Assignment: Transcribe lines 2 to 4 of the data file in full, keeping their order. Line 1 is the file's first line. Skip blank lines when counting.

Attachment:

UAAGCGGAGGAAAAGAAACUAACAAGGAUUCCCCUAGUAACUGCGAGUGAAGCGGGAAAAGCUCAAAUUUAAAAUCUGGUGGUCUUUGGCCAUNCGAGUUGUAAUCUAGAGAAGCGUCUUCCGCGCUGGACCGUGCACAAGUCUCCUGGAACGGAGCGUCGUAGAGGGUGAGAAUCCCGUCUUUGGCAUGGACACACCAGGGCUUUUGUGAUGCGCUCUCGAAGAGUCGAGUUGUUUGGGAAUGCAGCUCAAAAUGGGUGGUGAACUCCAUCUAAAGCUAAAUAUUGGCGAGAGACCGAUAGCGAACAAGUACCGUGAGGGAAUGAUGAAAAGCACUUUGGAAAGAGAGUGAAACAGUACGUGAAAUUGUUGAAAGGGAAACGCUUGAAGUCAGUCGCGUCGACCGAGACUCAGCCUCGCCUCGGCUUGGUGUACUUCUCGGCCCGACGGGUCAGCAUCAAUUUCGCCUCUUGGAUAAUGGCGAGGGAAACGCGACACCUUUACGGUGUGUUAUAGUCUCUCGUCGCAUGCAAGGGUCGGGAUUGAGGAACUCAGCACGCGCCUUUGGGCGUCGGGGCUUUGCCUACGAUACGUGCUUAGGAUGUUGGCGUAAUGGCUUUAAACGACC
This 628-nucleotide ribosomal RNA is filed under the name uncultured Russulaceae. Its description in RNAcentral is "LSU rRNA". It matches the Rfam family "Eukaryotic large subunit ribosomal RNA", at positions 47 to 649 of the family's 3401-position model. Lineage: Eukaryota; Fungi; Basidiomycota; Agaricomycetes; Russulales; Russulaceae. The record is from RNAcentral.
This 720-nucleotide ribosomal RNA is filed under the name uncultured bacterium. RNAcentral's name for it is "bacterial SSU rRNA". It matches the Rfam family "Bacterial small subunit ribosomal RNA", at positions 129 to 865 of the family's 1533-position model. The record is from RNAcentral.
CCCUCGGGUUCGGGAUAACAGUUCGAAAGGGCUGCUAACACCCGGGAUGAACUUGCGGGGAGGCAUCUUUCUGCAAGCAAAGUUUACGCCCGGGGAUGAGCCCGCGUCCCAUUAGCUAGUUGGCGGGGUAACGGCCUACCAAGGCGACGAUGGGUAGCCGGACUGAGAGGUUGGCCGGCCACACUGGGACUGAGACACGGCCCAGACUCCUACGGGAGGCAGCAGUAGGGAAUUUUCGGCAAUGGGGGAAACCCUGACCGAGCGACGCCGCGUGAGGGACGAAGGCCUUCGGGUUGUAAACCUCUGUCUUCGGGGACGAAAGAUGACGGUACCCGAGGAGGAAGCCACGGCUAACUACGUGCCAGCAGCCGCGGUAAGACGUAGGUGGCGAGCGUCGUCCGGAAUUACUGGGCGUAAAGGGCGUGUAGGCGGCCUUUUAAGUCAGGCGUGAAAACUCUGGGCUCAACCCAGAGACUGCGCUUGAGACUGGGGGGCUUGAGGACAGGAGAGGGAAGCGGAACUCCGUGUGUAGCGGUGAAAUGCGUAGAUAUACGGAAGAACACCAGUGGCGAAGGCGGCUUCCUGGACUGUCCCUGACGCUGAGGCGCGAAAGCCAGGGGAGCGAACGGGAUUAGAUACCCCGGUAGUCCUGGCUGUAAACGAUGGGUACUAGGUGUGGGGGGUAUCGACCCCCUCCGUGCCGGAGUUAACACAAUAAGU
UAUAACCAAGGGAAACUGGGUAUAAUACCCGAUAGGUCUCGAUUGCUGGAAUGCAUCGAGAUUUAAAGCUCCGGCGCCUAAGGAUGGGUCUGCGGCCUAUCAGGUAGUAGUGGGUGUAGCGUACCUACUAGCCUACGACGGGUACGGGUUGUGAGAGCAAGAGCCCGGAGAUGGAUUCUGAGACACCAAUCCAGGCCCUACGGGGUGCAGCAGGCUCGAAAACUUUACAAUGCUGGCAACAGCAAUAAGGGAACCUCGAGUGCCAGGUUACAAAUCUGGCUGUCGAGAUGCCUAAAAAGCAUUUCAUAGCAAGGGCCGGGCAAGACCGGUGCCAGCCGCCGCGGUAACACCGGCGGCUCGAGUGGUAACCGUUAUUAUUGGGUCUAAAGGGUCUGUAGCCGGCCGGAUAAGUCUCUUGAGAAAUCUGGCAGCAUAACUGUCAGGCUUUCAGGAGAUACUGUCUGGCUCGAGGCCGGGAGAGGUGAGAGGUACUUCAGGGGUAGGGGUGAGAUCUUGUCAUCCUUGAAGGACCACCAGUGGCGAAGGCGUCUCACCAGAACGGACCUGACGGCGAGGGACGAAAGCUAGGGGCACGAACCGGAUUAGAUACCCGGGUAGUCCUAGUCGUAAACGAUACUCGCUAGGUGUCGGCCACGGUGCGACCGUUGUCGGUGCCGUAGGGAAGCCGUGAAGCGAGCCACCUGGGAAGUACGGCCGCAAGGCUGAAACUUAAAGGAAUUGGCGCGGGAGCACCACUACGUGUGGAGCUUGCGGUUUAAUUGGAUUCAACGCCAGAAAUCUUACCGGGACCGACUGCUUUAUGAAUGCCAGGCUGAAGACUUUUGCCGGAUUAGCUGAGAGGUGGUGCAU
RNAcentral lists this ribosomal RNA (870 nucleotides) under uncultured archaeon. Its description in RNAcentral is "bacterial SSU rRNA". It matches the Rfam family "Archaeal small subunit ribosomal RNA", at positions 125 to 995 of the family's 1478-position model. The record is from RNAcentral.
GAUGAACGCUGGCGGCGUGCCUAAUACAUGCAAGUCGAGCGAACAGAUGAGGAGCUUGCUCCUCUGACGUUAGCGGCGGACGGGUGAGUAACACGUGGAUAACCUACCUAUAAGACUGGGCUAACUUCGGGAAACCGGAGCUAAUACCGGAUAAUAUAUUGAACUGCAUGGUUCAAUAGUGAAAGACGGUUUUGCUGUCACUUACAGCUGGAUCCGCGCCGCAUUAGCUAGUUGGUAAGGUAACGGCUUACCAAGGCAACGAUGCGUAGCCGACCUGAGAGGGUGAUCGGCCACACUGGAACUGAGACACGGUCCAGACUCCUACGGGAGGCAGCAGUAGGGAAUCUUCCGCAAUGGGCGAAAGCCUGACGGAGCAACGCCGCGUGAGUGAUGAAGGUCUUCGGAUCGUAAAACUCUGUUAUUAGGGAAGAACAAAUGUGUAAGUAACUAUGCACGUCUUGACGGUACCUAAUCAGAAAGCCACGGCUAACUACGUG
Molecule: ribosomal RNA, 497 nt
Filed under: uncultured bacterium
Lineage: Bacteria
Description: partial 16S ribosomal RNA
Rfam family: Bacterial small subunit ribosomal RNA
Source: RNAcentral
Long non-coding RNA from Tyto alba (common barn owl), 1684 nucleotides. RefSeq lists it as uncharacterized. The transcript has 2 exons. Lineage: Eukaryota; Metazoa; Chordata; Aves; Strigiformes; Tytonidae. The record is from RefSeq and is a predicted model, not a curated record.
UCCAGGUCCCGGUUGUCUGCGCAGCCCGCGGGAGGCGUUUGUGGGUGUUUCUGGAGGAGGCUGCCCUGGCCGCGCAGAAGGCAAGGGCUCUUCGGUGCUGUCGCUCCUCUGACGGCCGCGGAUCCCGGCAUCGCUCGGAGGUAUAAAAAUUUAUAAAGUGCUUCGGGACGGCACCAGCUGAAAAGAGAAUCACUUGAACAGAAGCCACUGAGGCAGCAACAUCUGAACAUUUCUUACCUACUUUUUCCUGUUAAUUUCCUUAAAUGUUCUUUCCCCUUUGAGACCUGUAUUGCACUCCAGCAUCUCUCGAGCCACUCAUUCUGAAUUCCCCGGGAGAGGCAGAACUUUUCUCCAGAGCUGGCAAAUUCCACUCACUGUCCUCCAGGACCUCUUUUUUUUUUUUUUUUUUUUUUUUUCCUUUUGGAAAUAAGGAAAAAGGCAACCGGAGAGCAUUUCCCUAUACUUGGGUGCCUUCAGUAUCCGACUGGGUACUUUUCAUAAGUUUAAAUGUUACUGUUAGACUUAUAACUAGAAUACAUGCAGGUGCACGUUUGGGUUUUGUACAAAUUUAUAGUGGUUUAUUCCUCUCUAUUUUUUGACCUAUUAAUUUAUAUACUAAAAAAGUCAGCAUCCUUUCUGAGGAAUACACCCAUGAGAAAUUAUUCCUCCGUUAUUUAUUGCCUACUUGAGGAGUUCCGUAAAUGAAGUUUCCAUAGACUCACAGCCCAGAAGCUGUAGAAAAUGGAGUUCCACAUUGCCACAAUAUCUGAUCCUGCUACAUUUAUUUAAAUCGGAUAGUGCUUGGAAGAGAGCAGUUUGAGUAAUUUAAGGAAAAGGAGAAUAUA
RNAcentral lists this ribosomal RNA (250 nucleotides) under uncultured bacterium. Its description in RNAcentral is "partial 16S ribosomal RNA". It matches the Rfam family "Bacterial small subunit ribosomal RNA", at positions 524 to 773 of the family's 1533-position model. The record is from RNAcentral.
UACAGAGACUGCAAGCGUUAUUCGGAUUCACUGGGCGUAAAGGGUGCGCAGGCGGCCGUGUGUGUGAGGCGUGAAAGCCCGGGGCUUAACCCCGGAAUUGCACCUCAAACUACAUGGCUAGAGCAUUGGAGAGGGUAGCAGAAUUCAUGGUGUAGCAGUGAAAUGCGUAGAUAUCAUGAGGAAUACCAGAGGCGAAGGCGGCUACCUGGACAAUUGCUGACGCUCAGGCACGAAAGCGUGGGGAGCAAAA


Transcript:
This 628-nucleotide ribosomal RNA is filed under the name uncultured Russulaceae. Its description in RNAcentral is "LSU rRNA". It matches the Rfam family "Eukaryotic large subunit ribosomal RNA", at positions 47 to 649 of the family's 3401-position model. Lineage: Eukaryota; Fungi; Basidiomycota; Agaricomycetes; Russulales; Russulaceae. The record is from RNAcentral.
This 720-nucleotide ribosomal RNA is filed under the name uncultured bacterium. RNAcentral's name for it is "bacterial SSU rRNA". It matches the Rfam family "Bacterial small subunit ribosomal RNA", at positions 129 to 865 of the family's 1533-position model. The record is from RNAcentral.
CCCUCGGGUUCGGGAUAACAGUUCGAAAGGGCUGCUAACACCCGGGAUGAACUUGCGGGGAGGCAUCUUUCUGCAAGCAAAGUUUACGCCCGGGGAUGAGCCCGCGUCCCAUUAGCUAGUUGGCGGGGUAACGGCCUACCAAGGCGACGAUGGGUAGCCGGACUGAGAGGUUGGCCGGCCACACUGGGACUGAGACACGGCCCAGACUCCUACGGGAGGCAGCAGUAGGGAAUUUUCGGCAAUGGGGGAAACCCUGACCGAGCGACGCCGCGUGAGGGACGAAGGCCUUCGGGUUGUAAACCUCUGUCUUCGGGGACGAAAGAUGACGGUACCCGAGGAGGAAGCCACGGCUAACUACGUGCCAGCAGCCGCGGUAAGACGUAGGUGGCGAGCGUCGUCCGGAAUUACUGGGCGUAAAGGGCGUGUAGGCGGCCUUUUAAGUCAGGCGUGAAAACUCUGGGCUCAACCCAGAGACUGCGCUUGAGACUGGGGGGCUUGAGGACAGGAGAGGGAAGCGGAACUCCGUGUGUAGCGGUGAAAUGCGUAGAUAUACGGAAGAACACCAGUGGCGAAGGCGGCUUCCUGGACUGUCCCUGACGCUGAGGCGCGAAAGCCAGGGGAGCGAACGGGAUUAGAUACCCCGGUAGUCCUGGCUGUAAACGAUGGGUACUAGGUGUGGGGGGUAUCGACCCCCUCCGUGCCGGAGUUAACACAAUAAGU